Norfolk Street is a busy thoroughfare that winds its way from Blue Hill Avenue in Mattapan Square to Codman Square. As the neighborhoods it traverses have changed to dramatic effect over the last century, numerous churches of diverse congregations have sprung up along the route, many of their houses of worship offering stark contrast to the stately edifices of longtime mainstream congregations like Second Church in Codman Square, religious home of Protestant worshippers going back to the early 19th century, and Stanton Street's St. Matthew's Catholic Church.
During the fall, the Reporter engaged with a team of journalism students from Northeastern University to set out and take the measure of church life along Norfolk Street in 2010.
Their report follows:
Sounds of hymns and sermons
It is Sunday morning on Norfolk Street, and the sounds of hymns and sermons can be heard on the blocks between Capen Street and Milton Avenue where the Mount Olive Kingdom Builders’ Worship Center, the New Jerusalem Evangelical Baptist Church, the Bethlehem Baptist Church, and, up a bit on Stanton Street, St. Matthew’s Catholic Church project their faiths. More.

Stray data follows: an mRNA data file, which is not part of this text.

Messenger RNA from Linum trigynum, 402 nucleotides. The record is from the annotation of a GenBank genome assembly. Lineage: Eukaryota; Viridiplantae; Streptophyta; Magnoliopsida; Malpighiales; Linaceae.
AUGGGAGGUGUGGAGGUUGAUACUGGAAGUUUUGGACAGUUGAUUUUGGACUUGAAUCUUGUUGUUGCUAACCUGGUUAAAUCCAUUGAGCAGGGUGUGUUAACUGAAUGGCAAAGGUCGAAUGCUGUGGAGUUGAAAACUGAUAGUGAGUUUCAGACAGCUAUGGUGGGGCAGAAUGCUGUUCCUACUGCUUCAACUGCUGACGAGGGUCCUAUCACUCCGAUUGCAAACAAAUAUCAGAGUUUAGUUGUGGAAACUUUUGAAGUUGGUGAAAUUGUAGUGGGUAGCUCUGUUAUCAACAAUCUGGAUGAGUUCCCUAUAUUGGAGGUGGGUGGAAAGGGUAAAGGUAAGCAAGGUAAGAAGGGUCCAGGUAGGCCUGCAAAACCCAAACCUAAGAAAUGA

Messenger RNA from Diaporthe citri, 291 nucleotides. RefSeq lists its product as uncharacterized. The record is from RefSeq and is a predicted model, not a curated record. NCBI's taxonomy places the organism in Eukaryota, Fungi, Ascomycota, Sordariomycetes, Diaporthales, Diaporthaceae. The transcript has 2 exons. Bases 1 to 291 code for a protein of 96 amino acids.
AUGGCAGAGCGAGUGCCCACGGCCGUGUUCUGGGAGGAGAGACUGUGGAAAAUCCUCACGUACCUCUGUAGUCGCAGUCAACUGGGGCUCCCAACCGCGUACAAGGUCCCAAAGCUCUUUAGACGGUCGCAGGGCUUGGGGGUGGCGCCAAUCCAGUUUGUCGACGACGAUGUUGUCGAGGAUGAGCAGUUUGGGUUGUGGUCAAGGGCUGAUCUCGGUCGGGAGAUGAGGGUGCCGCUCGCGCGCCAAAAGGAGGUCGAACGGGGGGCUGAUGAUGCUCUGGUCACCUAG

The goal: Communal outreach, support
Just 50 feet beyond Milton Avenue is the stark white building of the Prayer Tower Apostolic Church, which sits so close to the street that it touches the sidewalk at 141 Norfolk St. Although the church has a barren front, its side door welcomes those who are seeking God through an apostolic community. More.
‘God talks to me, I talk to members about the best ways to follow Him’
Eglise Evangelique Bethel Le Rocher and Christ Tabernacle Church are the first houses of worship churches a traveler comes to along Norfolk east of Morton Street. Located at the corner of Middleton Street, they share a building next to the Pauline Agassiz Shaw School and across the way from Metropolitan Baptist Church. More
Tying churches to their community
St. Angela’s Roman Catholic Church sits at the corner of 1540 Blue Hill Avenue and Fremont Street, the southwestern anchor to the string of religious houses that runs along Babson Street and onto church-rich Norfolk Street. More